NEWS

HISTORIC HOUSES -2015 General Assembly in Brussels

 

From the 1st to the 4th of October, the European Historic Houses Association organised its annual General Assembly in Brussels and the province of Eastern-Flanders. The four-day event, that was hosted with the support of the Association Royale des Demeures Historiques et Jardins de Belgique, included a successful conference entitled “Europe’s Private Heritage at Risk”, visits to historic houses in the area around Ghent and a prestigious gala dinner attended by, among others, S.A.R. the Prince Lorenz of Belgium.

Every year, the European Historic Houses Association organizes a General Assembly for its governors, the representatives of its member associations and observers from across Europe. This year, this event took place between the 1st and the 4th of October. These four days provided a perfect opportunity for the association to discuss its accomplishments of the past year, as well as to agree on the priorities and challenges for the years to come. At the same time, it was an occasion to share best practices and innovative projects for the preservation of Europe’s fragile historic houses.

One priority that came up repeatedly in both the formal meetings and the visits to historic houses in Eastern Flanders was the issue of financing. Our members are often, and rightly so, proud to manage historic buildings and art collections. However, with this privilege come enormous responsibilities. For example, with regards to the high standards that exist for renovating historic houses. Attaining these standards can be a significant financial burden and the impressive work owners of historic houses do, often with very limited funds deserves to be recognized and supported by the relevant authorities.

The European Historic Houses Association strongly believes that authorities should sustain this hard work by owners by providing fiscal incentives. The potential such measures have was not only clear from the discussions between our members, it was also apparent during the visits to the castles of Beerlegem, Nokere, Huysse, Ooidonk and Leeuwergem. The passionate stories of the castle owners during these visits shed light on the enormous cost associated with, but also on the necessity of, preserving and renovating fragile Historic Heritage.

The recommendations of the European Parliament in its recent resolution ‘Towards an Integrated Approach to Cultural Heritage in Europe’ to apply lower VAT rates and exchange best practices on fiscal policies for the restoration, preservation and conservation of cultural heritage, were therefore very encouraging.[1] These suggestions from the Parliament will be central to the actions of the European Historic Houses Association and its members on both the European and the national level in the years to come.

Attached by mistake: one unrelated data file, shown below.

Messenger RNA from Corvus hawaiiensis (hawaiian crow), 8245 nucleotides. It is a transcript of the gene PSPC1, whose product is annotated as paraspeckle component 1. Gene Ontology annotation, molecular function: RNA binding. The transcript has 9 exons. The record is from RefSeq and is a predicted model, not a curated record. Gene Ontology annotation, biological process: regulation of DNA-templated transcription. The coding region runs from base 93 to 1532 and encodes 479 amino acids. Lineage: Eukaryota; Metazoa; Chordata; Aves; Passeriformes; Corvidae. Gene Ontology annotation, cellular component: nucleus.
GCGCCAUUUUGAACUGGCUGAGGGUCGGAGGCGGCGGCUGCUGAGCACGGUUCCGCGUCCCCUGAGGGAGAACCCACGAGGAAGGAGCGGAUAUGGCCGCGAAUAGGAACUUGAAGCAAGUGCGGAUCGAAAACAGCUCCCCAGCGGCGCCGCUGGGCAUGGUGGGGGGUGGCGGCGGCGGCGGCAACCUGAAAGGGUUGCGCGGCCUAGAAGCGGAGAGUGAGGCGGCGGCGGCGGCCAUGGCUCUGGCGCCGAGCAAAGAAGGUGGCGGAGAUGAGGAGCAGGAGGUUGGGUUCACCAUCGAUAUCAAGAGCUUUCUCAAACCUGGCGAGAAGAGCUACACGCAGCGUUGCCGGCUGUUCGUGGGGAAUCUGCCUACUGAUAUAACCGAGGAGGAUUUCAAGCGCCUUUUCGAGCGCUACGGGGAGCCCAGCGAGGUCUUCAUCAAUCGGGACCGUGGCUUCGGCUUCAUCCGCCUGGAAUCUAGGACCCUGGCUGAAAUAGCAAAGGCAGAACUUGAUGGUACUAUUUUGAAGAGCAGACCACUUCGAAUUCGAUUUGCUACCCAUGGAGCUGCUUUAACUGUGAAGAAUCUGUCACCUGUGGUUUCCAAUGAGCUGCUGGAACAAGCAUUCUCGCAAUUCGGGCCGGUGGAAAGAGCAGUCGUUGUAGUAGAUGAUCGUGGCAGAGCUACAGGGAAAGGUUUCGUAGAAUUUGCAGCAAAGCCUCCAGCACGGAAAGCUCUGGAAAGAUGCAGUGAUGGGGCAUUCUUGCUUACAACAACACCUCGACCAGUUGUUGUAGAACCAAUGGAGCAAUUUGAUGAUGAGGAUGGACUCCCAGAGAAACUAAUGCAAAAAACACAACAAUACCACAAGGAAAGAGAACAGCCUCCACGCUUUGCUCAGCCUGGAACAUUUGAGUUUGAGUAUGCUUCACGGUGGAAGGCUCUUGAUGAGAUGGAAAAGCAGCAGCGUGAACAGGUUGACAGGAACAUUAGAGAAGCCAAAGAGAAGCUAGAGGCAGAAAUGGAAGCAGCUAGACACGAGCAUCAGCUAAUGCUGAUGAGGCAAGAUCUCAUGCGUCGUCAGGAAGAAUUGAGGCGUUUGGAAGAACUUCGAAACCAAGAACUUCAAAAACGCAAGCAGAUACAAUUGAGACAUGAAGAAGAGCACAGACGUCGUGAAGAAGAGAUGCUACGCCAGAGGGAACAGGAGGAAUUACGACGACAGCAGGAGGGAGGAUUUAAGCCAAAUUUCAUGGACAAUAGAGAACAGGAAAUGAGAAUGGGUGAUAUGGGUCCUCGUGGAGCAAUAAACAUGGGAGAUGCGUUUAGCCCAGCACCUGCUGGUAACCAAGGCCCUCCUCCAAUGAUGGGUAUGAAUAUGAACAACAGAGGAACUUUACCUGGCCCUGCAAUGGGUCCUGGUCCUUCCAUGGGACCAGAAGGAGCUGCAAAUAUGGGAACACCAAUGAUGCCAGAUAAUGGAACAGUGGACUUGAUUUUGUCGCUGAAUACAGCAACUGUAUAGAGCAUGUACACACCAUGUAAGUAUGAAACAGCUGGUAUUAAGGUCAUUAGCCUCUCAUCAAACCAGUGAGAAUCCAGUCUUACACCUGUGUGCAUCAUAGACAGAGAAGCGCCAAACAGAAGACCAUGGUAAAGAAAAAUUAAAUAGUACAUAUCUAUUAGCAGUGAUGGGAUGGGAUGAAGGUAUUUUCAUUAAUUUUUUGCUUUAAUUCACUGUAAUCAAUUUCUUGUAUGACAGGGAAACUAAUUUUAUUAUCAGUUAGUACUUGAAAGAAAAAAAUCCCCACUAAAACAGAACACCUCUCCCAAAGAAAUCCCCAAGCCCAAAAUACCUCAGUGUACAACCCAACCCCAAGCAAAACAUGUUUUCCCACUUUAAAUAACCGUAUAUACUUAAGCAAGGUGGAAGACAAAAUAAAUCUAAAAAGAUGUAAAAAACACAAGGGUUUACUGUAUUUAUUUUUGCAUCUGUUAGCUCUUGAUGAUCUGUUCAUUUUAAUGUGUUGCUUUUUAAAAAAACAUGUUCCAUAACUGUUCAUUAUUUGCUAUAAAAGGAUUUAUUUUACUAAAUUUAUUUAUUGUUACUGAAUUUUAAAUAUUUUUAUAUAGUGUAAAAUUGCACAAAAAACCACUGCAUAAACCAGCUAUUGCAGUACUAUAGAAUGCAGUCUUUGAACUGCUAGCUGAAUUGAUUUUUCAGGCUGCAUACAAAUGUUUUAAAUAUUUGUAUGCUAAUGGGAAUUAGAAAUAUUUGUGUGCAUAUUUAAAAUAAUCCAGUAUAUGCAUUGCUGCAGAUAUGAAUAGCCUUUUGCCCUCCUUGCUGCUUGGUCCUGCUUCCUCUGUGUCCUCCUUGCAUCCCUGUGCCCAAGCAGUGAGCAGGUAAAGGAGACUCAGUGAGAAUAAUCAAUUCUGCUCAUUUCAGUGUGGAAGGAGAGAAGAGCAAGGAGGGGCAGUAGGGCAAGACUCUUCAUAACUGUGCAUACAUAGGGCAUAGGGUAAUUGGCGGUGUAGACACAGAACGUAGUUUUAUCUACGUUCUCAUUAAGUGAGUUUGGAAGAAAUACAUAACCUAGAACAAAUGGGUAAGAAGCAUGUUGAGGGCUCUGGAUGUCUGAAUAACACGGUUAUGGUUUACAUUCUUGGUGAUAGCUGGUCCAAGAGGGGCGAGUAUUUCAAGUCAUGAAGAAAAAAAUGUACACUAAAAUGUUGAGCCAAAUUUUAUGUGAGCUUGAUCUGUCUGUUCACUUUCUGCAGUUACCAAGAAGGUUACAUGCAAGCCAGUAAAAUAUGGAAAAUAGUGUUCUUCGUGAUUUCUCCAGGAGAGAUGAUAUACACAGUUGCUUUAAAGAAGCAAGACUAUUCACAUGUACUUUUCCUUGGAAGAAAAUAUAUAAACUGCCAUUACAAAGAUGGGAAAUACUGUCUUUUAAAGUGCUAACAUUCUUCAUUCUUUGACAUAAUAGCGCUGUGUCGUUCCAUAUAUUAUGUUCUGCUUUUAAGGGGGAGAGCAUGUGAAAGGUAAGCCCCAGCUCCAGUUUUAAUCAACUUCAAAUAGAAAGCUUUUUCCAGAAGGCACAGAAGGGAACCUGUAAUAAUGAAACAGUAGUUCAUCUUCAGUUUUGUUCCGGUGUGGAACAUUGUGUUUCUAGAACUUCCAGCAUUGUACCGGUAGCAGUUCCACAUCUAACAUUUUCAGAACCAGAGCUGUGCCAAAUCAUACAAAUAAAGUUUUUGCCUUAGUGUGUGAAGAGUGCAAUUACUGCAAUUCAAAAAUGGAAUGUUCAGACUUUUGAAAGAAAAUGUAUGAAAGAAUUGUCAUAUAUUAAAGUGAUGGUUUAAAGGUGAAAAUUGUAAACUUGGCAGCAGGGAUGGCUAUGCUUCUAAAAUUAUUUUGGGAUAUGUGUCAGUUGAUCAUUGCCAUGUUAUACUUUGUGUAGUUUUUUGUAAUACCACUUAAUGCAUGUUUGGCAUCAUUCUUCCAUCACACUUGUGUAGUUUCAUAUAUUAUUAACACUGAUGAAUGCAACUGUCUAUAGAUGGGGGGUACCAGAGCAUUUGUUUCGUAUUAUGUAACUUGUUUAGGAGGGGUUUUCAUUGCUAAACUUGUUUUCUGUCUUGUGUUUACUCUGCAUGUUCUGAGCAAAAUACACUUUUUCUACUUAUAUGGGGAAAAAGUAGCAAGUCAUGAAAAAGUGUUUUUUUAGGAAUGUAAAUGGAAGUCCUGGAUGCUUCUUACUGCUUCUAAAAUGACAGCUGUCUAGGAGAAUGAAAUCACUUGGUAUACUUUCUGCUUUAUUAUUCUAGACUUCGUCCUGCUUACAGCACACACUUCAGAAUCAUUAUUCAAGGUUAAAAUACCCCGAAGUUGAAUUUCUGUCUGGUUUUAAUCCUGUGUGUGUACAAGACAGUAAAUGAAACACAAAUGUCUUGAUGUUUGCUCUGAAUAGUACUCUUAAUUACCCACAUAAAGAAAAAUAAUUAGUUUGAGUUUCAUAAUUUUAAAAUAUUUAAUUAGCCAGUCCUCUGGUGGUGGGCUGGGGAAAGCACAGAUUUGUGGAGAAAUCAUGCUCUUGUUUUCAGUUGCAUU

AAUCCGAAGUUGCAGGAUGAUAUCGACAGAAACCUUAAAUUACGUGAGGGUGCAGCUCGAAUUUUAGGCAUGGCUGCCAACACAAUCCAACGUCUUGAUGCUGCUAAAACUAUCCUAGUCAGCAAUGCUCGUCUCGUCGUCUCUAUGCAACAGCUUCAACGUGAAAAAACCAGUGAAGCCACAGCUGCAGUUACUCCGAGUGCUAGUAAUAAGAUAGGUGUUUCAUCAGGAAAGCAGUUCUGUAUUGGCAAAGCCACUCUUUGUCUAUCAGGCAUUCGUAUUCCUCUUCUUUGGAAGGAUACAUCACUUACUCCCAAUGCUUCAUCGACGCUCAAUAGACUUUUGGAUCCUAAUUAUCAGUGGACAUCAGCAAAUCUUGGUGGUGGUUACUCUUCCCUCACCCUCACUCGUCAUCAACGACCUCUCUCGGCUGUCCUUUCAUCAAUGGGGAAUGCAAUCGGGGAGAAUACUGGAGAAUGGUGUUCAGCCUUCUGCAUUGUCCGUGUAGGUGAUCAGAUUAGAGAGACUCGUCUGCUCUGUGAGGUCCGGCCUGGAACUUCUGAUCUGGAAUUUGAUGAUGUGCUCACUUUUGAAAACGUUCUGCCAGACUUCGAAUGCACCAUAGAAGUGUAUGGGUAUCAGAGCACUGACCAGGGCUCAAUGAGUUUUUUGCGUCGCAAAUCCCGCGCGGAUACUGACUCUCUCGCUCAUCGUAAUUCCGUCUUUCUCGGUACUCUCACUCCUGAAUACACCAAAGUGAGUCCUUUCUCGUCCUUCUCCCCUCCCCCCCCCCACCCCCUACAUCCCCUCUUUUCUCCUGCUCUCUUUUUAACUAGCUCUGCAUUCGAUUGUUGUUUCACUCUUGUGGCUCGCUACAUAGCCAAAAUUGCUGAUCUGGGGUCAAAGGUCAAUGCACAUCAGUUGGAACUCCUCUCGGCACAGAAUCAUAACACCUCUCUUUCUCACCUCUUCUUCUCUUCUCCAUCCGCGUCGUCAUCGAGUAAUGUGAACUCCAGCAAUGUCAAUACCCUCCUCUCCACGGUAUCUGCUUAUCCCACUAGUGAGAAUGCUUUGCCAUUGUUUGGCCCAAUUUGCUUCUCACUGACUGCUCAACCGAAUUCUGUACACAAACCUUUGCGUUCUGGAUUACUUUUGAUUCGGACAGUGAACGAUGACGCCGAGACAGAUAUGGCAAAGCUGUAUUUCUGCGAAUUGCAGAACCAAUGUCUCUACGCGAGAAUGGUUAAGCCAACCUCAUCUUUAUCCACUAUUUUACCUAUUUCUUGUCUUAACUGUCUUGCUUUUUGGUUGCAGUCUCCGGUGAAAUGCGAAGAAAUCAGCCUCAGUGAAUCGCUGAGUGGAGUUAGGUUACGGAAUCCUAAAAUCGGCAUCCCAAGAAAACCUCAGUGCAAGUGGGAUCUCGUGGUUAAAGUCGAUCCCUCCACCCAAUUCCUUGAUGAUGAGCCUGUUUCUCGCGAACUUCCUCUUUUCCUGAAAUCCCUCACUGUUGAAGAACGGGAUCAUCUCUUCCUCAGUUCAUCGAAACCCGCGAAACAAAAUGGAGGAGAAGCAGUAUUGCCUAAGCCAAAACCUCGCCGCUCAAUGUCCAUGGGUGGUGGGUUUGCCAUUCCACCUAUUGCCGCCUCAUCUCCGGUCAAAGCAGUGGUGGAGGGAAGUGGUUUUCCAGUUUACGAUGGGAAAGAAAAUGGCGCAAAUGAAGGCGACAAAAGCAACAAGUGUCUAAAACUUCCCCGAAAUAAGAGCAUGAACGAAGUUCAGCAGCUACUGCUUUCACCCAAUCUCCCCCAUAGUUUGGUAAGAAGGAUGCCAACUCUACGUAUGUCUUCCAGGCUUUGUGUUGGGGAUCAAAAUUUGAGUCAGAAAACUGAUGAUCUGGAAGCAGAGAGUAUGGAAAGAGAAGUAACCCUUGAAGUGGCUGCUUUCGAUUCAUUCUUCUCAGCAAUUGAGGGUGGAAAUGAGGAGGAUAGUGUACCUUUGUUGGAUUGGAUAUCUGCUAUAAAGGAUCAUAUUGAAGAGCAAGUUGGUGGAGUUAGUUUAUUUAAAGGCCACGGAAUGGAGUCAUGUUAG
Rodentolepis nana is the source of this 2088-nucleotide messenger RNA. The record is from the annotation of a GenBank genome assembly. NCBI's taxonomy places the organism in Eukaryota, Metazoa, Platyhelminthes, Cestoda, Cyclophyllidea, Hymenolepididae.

The need to sustain Europe’s cultural heritage was also apparent in the conference “Europe’s Private Heritage at Risk” on the 2nd of October. In the opening speech to this forum, Mr. Nymand-Christensen, the Deputy Director of the DG Education and Culture of the European Commission, emphasised that good cooperation between public authorities and owners is vital to the sustainability of cultural goods. Building on this, the panellists, including politicians, owners of historic houses, representatives of civil society and police officers, discussed on the topics of “Best ways to sustain our cultural heritage” and “Best ways to protect our cultural goods”.

One area in which they clearly identified a need for increased collaboration is the issue of the illicit trafficking of cultural goods. Stolen goods can cross borders easily, and it is important that law enforcement units work with owners to be able to quickly trace these objects. Françoise Bortolotti, an officer on Interpol’s art unit, stressed that stolen works of art can only be identified and repatriated if the owners provide pictures and date adhering to the standardized criteria of Object ID.[2]

Next year, the programme of the General Assembly will be split in two, with the traditional visits and gala dinner being hosted by the Österreichischer Burgenverein in Austria in May, and the General Assembly itself as well as the annual European Historic Houses Conference taking place in October in Brussels. Preparations for these events have already started and the team of the European Historic Houses Association looks forward to once again hosting its members for enriching visits and discussions.

The programme of the General Assembly can be consulted in the Brochure AG FINAL

http://www.europeanhistorichouses.eu/activity/2015-general-assembly-in-brussels/

Patrick GRIGNARD

Univeral Press

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